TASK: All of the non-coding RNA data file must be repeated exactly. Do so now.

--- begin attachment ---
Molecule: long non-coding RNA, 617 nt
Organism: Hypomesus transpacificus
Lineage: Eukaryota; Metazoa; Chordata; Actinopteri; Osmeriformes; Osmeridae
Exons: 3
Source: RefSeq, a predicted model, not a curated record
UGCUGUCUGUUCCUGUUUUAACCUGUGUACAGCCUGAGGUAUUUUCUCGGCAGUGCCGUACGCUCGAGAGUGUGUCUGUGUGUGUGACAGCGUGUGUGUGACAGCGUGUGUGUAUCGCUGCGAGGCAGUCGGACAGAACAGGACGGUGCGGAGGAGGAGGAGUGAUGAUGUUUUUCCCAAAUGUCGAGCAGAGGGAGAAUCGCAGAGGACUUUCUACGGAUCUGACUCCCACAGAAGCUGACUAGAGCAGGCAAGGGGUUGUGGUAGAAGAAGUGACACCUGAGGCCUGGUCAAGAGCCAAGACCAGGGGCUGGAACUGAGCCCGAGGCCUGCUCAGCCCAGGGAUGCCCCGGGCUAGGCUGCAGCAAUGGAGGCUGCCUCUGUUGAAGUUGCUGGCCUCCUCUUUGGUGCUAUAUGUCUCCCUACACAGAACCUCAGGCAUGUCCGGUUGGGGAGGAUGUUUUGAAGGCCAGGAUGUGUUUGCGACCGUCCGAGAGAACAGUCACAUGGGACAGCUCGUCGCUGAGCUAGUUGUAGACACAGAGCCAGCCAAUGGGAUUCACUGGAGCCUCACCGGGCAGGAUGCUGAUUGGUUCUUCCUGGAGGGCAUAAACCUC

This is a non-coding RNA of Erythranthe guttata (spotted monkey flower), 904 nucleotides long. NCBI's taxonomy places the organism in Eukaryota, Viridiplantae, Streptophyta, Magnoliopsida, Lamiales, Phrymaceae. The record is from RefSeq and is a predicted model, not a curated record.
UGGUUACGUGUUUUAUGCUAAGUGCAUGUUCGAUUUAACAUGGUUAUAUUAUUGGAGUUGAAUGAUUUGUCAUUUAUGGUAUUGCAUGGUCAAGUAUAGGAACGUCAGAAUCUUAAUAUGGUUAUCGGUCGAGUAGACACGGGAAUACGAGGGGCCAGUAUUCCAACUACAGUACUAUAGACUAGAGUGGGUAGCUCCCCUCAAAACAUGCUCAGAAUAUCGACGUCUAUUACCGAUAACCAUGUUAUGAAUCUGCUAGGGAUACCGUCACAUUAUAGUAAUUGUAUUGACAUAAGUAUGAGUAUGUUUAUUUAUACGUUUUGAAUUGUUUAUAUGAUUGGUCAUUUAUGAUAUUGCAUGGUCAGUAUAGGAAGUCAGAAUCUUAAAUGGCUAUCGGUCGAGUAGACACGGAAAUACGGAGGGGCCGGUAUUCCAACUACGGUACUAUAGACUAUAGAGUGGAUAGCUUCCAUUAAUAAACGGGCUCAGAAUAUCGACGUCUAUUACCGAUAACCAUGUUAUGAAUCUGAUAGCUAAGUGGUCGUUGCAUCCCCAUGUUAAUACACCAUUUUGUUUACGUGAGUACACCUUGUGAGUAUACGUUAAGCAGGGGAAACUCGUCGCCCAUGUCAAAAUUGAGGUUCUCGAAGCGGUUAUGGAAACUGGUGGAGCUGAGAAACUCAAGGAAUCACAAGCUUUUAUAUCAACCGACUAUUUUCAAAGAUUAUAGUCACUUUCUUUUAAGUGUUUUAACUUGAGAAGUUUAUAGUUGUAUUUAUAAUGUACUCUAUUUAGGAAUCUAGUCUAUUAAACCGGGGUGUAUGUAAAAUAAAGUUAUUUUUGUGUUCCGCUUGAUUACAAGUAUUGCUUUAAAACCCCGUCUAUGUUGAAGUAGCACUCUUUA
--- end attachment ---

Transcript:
Molecule: long non-coding RNA, 617 nt
Organism: Hypomesus transpacificus
Lineage: Eukaryota; Metazoa; Chordata; Actinopteri; Osmeriformes; Osmeridae
Exons: 3
Source: RefSeq, a predicted model, not a curated record
UGCUGUCUGUUCCUGUUUUAACCUGUGUACAGCCUGAGGUAUUUUCUCGGCAGUGCCGUACGCUCGAGAGUGUGUCUGUGUGUGUGACAGCGUGUGUGUGACAGCGUGUGUGUAUCGCUGCGAGGCAGUCGGACAGAACAGGACGGUGCGGAGGAGGAGGAGUGAUGAUGUUUUUCCCAAAUGUCGAGCAGAGGGAGAAUCGCAGAGGACUUUCUACGGAUCUGACUCCCACAGAAGCUGACUAGAGCAGGCAAGGGGUUGUGGUAGAAGAAGUGACACCUGAGGCCUGGUCAAGAGCCAAGACCAGGGGCUGGAACUGAGCCCGAGGCCUGCUCAGCCCAGGGAUGCCCCGGGCUAGGCUGCAGCAAUGGAGGCUGCCUCUGUUGAAGUUGCUGGCCUCCUCUUUGGUGCUAUAUGUCUCCCUACACAGAACCUCAGGCAUGUCCGGUUGGGGAGGAUGUUUUGAAGGCCAGGAUGUGUUUGCGACCGUCCGAGAGAACAGUCACAUGGGACAGCUCGUCGCUGAGCUAGUUGUAGACACAGAGCCAGCCAAUGGGAUUCACUGGAGCCUCACCGGGCAGGAUGCUGAUUGGUUCUUCCUGGAGGGCAUAAACCUC

This is a non-coding RNA of Erythranthe guttata (spotted monkey flower), 904 nucleotides long. NCBI's taxonomy places the organism in Eukaryota, Viridiplantae, Streptophyta, Magnoliopsida, Lamiales, Phrymaceae. The record is from RefSeq and is a predicted model, not a curated record.
UGGUUACGUGUUUUAUGCUAAGUGCAUGUUCGAUUUAACAUGGUUAUAUUAUUGGAGUUGAAUGAUUUGUCAUUUAUGGUAUUGCAUGGUCAAGUAUAGGAACGUCAGAAUCUUAAUAUGGUUAUCGGUCGAGUAGACACGGGAAUACGAGGGGCCAGUAUUCCAACUACAGUACUAUAGACUAGAGUGGGUAGCUCCCCUCAAAACAUGCUCAGAAUAUCGACGUCUAUUACCGAUAACCAUGUUAUGAAUCUGCUAGGGAUACCGUCACAUUAUAGUAAUUGUAUUGACAUAAGUAUGAGUAUGUUUAUUUAUACGUUUUGAAUUGUUUAUAUGAUUGGUCAUUUAUGAUAUUGCAUGGUCAGUAUAGGAAGUCAGAAUCUUAAAUGGCUAUCGGUCGAGUAGACACGGAAAUACGGAGGGGCCGGUAUUCCAACUACGGUACUAUAGACUAUAGAGUGGAUAGCUUCCAUUAAUAAACGGGCUCAGAAUAUCGACGUCUAUUACCGAUAACCAUGUUAUGAAUCUGAUAGCUAAGUGGUCGUUGCAUCCCCAUGUUAAUACACCAUUUUGUUUACGUGAGUACACCUUGUGAGUAUACGUUAAGCAGGGGAAACUCGUCGCCCAUGUCAAAAUUGAGGUUCUCGAAGCGGUUAUGGAAACUGGUGGAGCUGAGAAACUCAAGGAAUCACAAGCUUUUAUAUCAACCGACUAUUUUCAAAGAUUAUAGUCACUUUCUUUUAAGUGUUUUAACUUGAGAAGUUUAUAGUUGUAUUUAUAAUGUACUCUAUUUAGGAAUCUAGUCUAUUAAACCGGGGUGUAUGUAAAAUAAAGUUAUUUUUGUGUUCCGCUUGAUUACAAGUAUUGCUUUAAAACCCCGUCUAUGUUGAAGUAGCACUCUUUA